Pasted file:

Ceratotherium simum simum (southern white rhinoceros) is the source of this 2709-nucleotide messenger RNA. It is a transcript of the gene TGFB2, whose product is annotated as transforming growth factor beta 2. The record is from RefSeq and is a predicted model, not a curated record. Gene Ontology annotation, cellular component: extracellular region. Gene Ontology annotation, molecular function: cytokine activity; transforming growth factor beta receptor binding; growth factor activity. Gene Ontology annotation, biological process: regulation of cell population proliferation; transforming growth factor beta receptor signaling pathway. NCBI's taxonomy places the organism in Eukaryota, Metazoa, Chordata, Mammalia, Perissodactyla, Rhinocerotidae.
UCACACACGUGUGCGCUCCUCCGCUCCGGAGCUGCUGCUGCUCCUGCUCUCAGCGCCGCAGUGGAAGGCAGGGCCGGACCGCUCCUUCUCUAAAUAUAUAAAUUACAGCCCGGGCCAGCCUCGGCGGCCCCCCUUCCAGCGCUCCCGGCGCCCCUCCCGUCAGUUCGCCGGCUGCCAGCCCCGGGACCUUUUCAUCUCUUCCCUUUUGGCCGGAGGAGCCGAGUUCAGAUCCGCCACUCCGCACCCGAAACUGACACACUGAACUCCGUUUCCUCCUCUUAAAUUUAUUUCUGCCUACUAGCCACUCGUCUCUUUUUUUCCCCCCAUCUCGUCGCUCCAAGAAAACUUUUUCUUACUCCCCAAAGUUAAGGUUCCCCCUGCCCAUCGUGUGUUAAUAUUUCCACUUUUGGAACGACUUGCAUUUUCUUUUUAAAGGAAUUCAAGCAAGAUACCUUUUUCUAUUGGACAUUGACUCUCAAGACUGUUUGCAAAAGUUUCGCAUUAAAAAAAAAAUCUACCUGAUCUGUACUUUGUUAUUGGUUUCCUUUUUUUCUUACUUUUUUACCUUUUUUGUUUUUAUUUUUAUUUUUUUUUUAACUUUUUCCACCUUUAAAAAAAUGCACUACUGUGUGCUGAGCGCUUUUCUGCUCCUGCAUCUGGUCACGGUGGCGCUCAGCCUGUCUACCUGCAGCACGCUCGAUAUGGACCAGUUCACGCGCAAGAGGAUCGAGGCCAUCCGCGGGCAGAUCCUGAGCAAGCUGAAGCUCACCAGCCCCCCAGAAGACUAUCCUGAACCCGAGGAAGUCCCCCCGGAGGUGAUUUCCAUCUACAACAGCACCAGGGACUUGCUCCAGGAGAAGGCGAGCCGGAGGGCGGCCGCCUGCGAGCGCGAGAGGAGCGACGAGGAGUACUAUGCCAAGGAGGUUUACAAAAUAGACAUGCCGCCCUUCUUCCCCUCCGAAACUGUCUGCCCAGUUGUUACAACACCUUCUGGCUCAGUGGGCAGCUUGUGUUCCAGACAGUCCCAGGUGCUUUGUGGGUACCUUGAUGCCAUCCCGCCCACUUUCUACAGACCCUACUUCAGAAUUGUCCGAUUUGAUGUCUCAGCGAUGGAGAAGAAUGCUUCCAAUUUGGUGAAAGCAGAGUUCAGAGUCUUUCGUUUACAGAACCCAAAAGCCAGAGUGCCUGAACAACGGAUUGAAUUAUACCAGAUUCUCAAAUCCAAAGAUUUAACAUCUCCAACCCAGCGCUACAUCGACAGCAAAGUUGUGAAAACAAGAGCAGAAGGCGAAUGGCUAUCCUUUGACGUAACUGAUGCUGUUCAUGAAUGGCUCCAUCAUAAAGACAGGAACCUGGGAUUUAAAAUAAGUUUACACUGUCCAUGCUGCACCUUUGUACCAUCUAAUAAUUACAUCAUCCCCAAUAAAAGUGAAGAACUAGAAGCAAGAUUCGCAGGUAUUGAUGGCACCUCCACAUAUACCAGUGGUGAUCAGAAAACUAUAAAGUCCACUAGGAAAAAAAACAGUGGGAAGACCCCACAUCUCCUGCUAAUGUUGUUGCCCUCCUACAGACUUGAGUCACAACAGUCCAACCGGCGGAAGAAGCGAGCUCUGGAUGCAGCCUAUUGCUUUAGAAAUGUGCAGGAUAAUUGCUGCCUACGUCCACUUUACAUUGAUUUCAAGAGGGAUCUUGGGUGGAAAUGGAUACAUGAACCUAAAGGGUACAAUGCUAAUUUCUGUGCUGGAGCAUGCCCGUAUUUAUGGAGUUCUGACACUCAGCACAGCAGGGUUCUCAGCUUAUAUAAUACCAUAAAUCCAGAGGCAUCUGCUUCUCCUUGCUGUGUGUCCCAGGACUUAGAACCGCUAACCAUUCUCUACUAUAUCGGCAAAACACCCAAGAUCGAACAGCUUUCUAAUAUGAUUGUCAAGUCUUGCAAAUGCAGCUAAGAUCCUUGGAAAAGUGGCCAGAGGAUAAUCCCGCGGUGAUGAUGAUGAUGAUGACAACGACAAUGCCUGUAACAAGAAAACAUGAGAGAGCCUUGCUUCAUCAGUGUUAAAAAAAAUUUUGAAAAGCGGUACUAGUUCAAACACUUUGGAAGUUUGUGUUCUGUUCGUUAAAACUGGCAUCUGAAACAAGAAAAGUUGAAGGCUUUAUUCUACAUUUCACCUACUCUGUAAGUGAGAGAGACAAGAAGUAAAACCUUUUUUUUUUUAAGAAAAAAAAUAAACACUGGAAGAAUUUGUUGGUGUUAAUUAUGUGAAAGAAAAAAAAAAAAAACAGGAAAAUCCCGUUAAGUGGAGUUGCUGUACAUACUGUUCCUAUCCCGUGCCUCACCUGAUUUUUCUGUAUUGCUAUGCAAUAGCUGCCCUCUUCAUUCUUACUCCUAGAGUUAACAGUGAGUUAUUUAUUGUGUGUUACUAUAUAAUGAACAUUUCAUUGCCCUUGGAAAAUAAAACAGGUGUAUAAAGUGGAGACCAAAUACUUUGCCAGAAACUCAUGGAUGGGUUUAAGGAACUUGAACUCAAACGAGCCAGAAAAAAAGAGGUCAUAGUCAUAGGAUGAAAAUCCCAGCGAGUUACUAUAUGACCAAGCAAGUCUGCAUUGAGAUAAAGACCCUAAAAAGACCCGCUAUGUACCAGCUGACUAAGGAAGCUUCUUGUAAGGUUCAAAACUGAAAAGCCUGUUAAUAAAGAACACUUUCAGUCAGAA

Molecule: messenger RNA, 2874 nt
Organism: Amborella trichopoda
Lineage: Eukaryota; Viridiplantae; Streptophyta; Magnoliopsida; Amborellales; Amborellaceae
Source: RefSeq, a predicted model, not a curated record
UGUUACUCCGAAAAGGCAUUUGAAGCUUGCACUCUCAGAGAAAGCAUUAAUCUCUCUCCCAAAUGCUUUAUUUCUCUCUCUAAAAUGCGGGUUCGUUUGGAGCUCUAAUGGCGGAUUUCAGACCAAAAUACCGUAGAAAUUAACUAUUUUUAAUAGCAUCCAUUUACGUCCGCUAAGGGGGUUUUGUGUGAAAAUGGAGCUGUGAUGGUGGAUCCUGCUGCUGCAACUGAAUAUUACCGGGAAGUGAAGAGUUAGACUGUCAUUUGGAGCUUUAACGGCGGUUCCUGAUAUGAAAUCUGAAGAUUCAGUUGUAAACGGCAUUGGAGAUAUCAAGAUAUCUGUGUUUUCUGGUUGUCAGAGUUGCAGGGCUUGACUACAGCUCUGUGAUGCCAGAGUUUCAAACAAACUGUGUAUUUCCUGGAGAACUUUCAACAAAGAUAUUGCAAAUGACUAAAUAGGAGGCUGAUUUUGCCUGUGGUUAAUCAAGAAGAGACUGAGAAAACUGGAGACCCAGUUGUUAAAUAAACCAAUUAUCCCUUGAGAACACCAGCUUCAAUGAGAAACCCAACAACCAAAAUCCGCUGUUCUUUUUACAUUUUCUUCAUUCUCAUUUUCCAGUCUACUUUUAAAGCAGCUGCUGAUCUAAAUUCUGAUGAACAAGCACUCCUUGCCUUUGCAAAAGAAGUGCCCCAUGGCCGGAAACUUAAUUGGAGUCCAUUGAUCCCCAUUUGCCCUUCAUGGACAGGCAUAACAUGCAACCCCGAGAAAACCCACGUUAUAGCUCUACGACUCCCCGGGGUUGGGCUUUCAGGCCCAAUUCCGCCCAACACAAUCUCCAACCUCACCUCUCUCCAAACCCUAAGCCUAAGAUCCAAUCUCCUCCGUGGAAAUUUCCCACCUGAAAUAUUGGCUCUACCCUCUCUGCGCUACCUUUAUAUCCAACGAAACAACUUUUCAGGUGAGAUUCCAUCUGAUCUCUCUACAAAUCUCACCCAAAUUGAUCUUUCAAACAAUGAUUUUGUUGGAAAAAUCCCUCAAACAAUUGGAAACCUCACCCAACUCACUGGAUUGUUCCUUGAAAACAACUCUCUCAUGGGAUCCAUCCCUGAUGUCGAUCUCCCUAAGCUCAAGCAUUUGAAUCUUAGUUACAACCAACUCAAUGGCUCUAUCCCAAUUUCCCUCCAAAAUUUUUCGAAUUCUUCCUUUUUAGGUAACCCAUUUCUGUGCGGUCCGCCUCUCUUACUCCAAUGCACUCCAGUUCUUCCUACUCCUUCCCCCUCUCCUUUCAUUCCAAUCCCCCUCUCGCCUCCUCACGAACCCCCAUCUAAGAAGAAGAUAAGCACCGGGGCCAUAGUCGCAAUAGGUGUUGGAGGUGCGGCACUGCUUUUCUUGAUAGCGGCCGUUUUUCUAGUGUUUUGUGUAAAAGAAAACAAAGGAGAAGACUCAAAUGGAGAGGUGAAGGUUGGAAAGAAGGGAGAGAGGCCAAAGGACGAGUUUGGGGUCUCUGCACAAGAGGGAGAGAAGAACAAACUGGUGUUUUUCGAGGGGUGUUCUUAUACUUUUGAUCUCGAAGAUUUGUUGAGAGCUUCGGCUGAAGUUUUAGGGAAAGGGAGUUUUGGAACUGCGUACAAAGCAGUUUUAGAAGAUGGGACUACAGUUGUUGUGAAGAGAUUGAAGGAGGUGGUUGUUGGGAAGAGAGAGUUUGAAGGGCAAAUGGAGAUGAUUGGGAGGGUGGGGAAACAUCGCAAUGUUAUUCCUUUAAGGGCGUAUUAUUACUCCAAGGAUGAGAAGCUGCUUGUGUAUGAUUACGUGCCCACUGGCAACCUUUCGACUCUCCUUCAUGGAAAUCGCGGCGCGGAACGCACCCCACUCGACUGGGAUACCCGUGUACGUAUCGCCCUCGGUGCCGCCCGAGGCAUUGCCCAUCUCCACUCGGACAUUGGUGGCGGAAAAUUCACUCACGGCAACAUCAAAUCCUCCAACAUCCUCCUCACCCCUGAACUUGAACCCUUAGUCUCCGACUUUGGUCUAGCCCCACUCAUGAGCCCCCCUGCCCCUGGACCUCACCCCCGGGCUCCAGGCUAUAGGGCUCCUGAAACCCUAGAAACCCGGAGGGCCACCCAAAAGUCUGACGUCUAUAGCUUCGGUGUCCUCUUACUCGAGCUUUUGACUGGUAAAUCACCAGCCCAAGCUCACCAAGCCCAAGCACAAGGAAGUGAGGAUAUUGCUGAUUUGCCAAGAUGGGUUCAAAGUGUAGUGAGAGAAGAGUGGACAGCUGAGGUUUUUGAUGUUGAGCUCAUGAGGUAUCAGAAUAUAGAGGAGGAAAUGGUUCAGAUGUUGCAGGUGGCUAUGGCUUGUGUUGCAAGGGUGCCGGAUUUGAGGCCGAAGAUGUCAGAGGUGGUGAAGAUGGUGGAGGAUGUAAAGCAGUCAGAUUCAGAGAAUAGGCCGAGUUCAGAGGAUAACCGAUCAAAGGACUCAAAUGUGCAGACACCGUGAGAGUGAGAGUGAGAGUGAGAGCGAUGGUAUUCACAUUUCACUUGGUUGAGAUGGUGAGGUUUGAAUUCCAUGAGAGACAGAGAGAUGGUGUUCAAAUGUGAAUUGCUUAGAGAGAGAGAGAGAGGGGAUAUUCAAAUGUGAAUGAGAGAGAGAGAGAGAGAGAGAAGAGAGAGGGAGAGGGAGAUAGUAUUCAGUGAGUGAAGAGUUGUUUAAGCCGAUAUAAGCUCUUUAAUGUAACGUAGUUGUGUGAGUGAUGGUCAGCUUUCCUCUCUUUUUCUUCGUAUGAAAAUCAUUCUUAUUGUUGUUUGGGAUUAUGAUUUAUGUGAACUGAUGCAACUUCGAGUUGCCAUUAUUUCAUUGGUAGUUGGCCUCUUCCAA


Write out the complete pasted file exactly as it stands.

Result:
Ceratotherium simum simum (southern white rhinoceros) is the source of this 2709-nucleotide messenger RNA. It is a transcript of the gene TGFB2, whose product is annotated as transforming growth factor beta 2. The record is from RefSeq and is a predicted model, not a curated record. Gene Ontology annotation, cellular component: extracellular region. Gene Ontology annotation, molecular function: cytokine activity; transforming growth factor beta receptor binding; growth factor activity. Gene Ontology annotation, biological process: regulation of cell population proliferation; transforming growth factor beta receptor signaling pathway. NCBI's taxonomy places the organism in Eukaryota, Metazoa, Chordata, Mammalia, Perissodactyla, Rhinocerotidae.
UCACACACGUGUGCGCUCCUCCGCUCCGGAGCUGCUGCUGCUCCUGCUCUCAGCGCCGCAGUGGAAGGCAGGGCCGGACCGCUCCUUCUCUAAAUAUAUAAAUUACAGCCCGGGCCAGCCUCGGCGGCCCCCCUUCCAGCGCUCCCGGCGCCCCUCCCGUCAGUUCGCCGGCUGCCAGCCCCGGGACCUUUUCAUCUCUUCCCUUUUGGCCGGAGGAGCCGAGUUCAGAUCCGCCACUCCGCACCCGAAACUGACACACUGAACUCCGUUUCCUCCUCUUAAAUUUAUUUCUGCCUACUAGCCACUCGUCUCUUUUUUUCCCCCCAUCUCGUCGCUCCAAGAAAACUUUUUCUUACUCCCCAAAGUUAAGGUUCCCCCUGCCCAUCGUGUGUUAAUAUUUCCACUUUUGGAACGACUUGCAUUUUCUUUUUAAAGGAAUUCAAGCAAGAUACCUUUUUCUAUUGGACAUUGACUCUCAAGACUGUUUGCAAAAGUUUCGCAUUAAAAAAAAAAUCUACCUGAUCUGUACUUUGUUAUUGGUUUCCUUUUUUUCUUACUUUUUUACCUUUUUUGUUUUUAUUUUUAUUUUUUUUUUAACUUUUUCCACCUUUAAAAAAAUGCACUACUGUGUGCUGAGCGCUUUUCUGCUCCUGCAUCUGGUCACGGUGGCGCUCAGCCUGUCUACCUGCAGCACGCUCGAUAUGGACCAGUUCACGCGCAAGAGGAUCGAGGCCAUCCGCGGGCAGAUCCUGAGCAAGCUGAAGCUCACCAGCCCCCCAGAAGACUAUCCUGAACCCGAGGAAGUCCCCCCGGAGGUGAUUUCCAUCUACAACAGCACCAGGGACUUGCUCCAGGAGAAGGCGAGCCGGAGGGCGGCCGCCUGCGAGCGCGAGAGGAGCGACGAGGAGUACUAUGCCAAGGAGGUUUACAAAAUAGACAUGCCGCCCUUCUUCCCCUCCGAAACUGUCUGCCCAGUUGUUACAACACCUUCUGGCUCAGUGGGCAGCUUGUGUUCCAGACAGUCCCAGGUGCUUUGUGGGUACCUUGAUGCCAUCCCGCCCACUUUCUACAGACCCUACUUCAGAAUUGUCCGAUUUGAUGUCUCAGCGAUGGAGAAGAAUGCUUCCAAUUUGGUGAAAGCAGAGUUCAGAGUCUUUCGUUUACAGAACCCAAAAGCCAGAGUGCCUGAACAACGGAUUGAAUUAUACCAGAUUCUCAAAUCCAAAGAUUUAACAUCUCCAACCCAGCGCUACAUCGACAGCAAAGUUGUGAAAACAAGAGCAGAAGGCGAAUGGCUAUCCUUUGACGUAACUGAUGCUGUUCAUGAAUGGCUCCAUCAUAAAGACAGGAACCUGGGAUUUAAAAUAAGUUUACACUGUCCAUGCUGCACCUUUGUACCAUCUAAUAAUUACAUCAUCCCCAAUAAAAGUGAAGAACUAGAAGCAAGAUUCGCAGGUAUUGAUGGCACCUCCACAUAUACCAGUGGUGAUCAGAAAACUAUAAAGUCCACUAGGAAAAAAAACAGUGGGAAGACCCCACAUCUCCUGCUAAUGUUGUUGCCCUCCUACAGACUUGAGUCACAACAGUCCAACCGGCGGAAGAAGCGAGCUCUGGAUGCAGCCUAUUGCUUUAGAAAUGUGCAGGAUAAUUGCUGCCUACGUCCACUUUACAUUGAUUUCAAGAGGGAUCUUGGGUGGAAAUGGAUACAUGAACCUAAAGGGUACAAUGCUAAUUUCUGUGCUGGAGCAUGCCCGUAUUUAUGGAGUUCUGACACUCAGCACAGCAGGGUUCUCAGCUUAUAUAAUACCAUAAAUCCAGAGGCAUCUGCUUCUCCUUGCUGUGUGUCCCAGGACUUAGAACCGCUAACCAUUCUCUACUAUAUCGGCAAAACACCCAAGAUCGAACAGCUUUCUAAUAUGAUUGUCAAGUCUUGCAAAUGCAGCUAAGAUCCUUGGAAAAGUGGCCAGAGGAUAAUCCCGCGGUGAUGAUGAUGAUGAUGACAACGACAAUGCCUGUAACAAGAAAACAUGAGAGAGCCUUGCUUCAUCAGUGUUAAAAAAAAUUUUGAAAAGCGGUACUAGUUCAAACACUUUGGAAGUUUGUGUUCUGUUCGUUAAAACUGGCAUCUGAAACAAGAAAAGUUGAAGGCUUUAUUCUACAUUUCACCUACUCUGUAAGUGAGAGAGACAAGAAGUAAAACCUUUUUUUUUUUAAGAAAAAAAAUAAACACUGGAAGAAUUUGUUGGUGUUAAUUAUGUGAAAGAAAAAAAAAAAAAACAGGAAAAUCCCGUUAAGUGGAGUUGCUGUACAUACUGUUCCUAUCCCGUGCCUCACCUGAUUUUUCUGUAUUGCUAUGCAAUAGCUGCCCUCUUCAUUCUUACUCCUAGAGUUAACAGUGAGUUAUUUAUUGUGUGUUACUAUAUAAUGAACAUUUCAUUGCCCUUGGAAAAUAAAACAGGUGUAUAAAGUGGAGACCAAAUACUUUGCCAGAAACUCAUGGAUGGGUUUAAGGAACUUGAACUCAAACGAGCCAGAAAAAAAGAGGUCAUAGUCAUAGGAUGAAAAUCCCAGCGAGUUACUAUAUGACCAAGCAAGUCUGCAUUGAGAUAAAGACCCUAAAAAGACCCGCUAUGUACCAGCUGACUAAGGAAGCUUCUUGUAAGGUUCAAAACUGAAAAGCCUGUUAAUAAAGAACACUUUCAGUCAGAA

Molecule: messenger RNA, 2874 nt
Organism: Amborella trichopoda
Lineage: Eukaryota; Viridiplantae; Streptophyta; Magnoliopsida; Amborellales; Amborellaceae
Source: RefSeq, a predicted model, not a curated record
UGUUACUCCGAAAAGGCAUUUGAAGCUUGCACUCUCAGAGAAAGCAUUAAUCUCUCUCCCAAAUGCUUUAUUUCUCUCUCUAAAAUGCGGGUUCGUUUGGAGCUCUAAUGGCGGAUUUCAGACCAAAAUACCGUAGAAAUUAACUAUUUUUAAUAGCAUCCAUUUACGUCCGCUAAGGGGGUUUUGUGUGAAAAUGGAGCUGUGAUGGUGGAUCCUGCUGCUGCAACUGAAUAUUACCGGGAAGUGAAGAGUUAGACUGUCAUUUGGAGCUUUAACGGCGGUUCCUGAUAUGAAAUCUGAAGAUUCAGUUGUAAACGGCAUUGGAGAUAUCAAGAUAUCUGUGUUUUCUGGUUGUCAGAGUUGCAGGGCUUGACUACAGCUCUGUGAUGCCAGAGUUUCAAACAAACUGUGUAUUUCCUGGAGAACUUUCAACAAAGAUAUUGCAAAUGACUAAAUAGGAGGCUGAUUUUGCCUGUGGUUAAUCAAGAAGAGACUGAGAAAACUGGAGACCCAGUUGUUAAAUAAACCAAUUAUCCCUUGAGAACACCAGCUUCAAUGAGAAACCCAACAACCAAAAUCCGCUGUUCUUUUUACAUUUUCUUCAUUCUCAUUUUCCAGUCUACUUUUAAAGCAGCUGCUGAUCUAAAUUCUGAUGAACAAGCACUCCUUGCCUUUGCAAAAGAAGUGCCCCAUGGCCGGAAACUUAAUUGGAGUCCAUUGAUCCCCAUUUGCCCUUCAUGGACAGGCAUAACAUGCAACCCCGAGAAAACCCACGUUAUAGCUCUACGACUCCCCGGGGUUGGGCUUUCAGGCCCAAUUCCGCCCAACACAAUCUCCAACCUCACCUCUCUCCAAACCCUAAGCCUAAGAUCCAAUCUCCUCCGUGGAAAUUUCCCACCUGAAAUAUUGGCUCUACCCUCUCUGCGCUACCUUUAUAUCCAACGAAACAACUUUUCAGGUGAGAUUCCAUCUGAUCUCUCUACAAAUCUCACCCAAAUUGAUCUUUCAAACAAUGAUUUUGUUGGAAAAAUCCCUCAAACAAUUGGAAACCUCACCCAACUCACUGGAUUGUUCCUUGAAAACAACUCUCUCAUGGGAUCCAUCCCUGAUGUCGAUCUCCCUAAGCUCAAGCAUUUGAAUCUUAGUUACAACCAACUCAAUGGCUCUAUCCCAAUUUCCCUCCAAAAUUUUUCGAAUUCUUCCUUUUUAGGUAACCCAUUUCUGUGCGGUCCGCCUCUCUUACUCCAAUGCACUCCAGUUCUUCCUACUCCUUCCCCCUCUCCUUUCAUUCCAAUCCCCCUCUCGCCUCCUCACGAACCCCCAUCUAAGAAGAAGAUAAGCACCGGGGCCAUAGUCGCAAUAGGUGUUGGAGGUGCGGCACUGCUUUUCUUGAUAGCGGCCGUUUUUCUAGUGUUUUGUGUAAAAGAAAACAAAGGAGAAGACUCAAAUGGAGAGGUGAAGGUUGGAAAGAAGGGAGAGAGGCCAAAGGACGAGUUUGGGGUCUCUGCACAAGAGGGAGAGAAGAACAAACUGGUGUUUUUCGAGGGGUGUUCUUAUACUUUUGAUCUCGAAGAUUUGUUGAGAGCUUCGGCUGAAGUUUUAGGGAAAGGGAGUUUUGGAACUGCGUACAAAGCAGUUUUAGAAGAUGGGACUACAGUUGUUGUGAAGAGAUUGAAGGAGGUGGUUGUUGGGAAGAGAGAGUUUGAAGGGCAAAUGGAGAUGAUUGGGAGGGUGGGGAAACAUCGCAAUGUUAUUCCUUUAAGGGCGUAUUAUUACUCCAAGGAUGAGAAGCUGCUUGUGUAUGAUUACGUGCCCACUGGCAACCUUUCGACUCUCCUUCAUGGAAAUCGCGGCGCGGAACGCACCCCACUCGACUGGGAUACCCGUGUACGUAUCGCCCUCGGUGCCGCCCGAGGCAUUGCCCAUCUCCACUCGGACAUUGGUGGCGGAAAAUUCACUCACGGCAACAUCAAAUCCUCCAACAUCCUCCUCACCCCUGAACUUGAACCCUUAGUCUCCGACUUUGGUCUAGCCCCACUCAUGAGCCCCCCUGCCCCUGGACCUCACCCCCGGGCUCCAGGCUAUAGGGCUCCUGAAACCCUAGAAACCCGGAGGGCCACCCAAAAGUCUGACGUCUAUAGCUUCGGUGUCCUCUUACUCGAGCUUUUGACUGGUAAAUCACCAGCCCAAGCUCACCAAGCCCAAGCACAAGGAAGUGAGGAUAUUGCUGAUUUGCCAAGAUGGGUUCAAAGUGUAGUGAGAGAAGAGUGGACAGCUGAGGUUUUUGAUGUUGAGCUCAUGAGGUAUCAGAAUAUAGAGGAGGAAAUGGUUCAGAUGUUGCAGGUGGCUAUGGCUUGUGUUGCAAGGGUGCCGGAUUUGAGGCCGAAGAUGUCAGAGGUGGUGAAGAUGGUGGAGGAUGUAAAGCAGUCAGAUUCAGAGAAUAGGCCGAGUUCAGAGGAUAACCGAUCAAAGGACUCAAAUGUGCAGACACCGUGAGAGUGAGAGUGAGAGUGAGAGCGAUGGUAUUCACAUUUCACUUGGUUGAGAUGGUGAGGUUUGAAUUCCAUGAGAGACAGAGAGAUGGUGUUCAAAUGUGAAUUGCUUAGAGAGAGAGAGAGAGGGGAUAUUCAAAUGUGAAUGAGAGAGAGAGAGAGAGAGAGAAGAGAGAGGGAGAGGGAGAUAGUAUUCAGUGAGUGAAGAGUUGUUUAAGCCGAUAUAAGCUCUUUAAUGUAACGUAGUUGUGUGAGUGAUGGUCAGCUUUCCUCUCUUUUUCUUCGUAUGAAAAUCAUUCUUAUUGUUGUUUGGGAUUAUGAUUUAUGUGAACUGAUGCAACUUCGAGUUGCCAUUAUUUCAUUGGUAGUUGGCCUCUUCCAA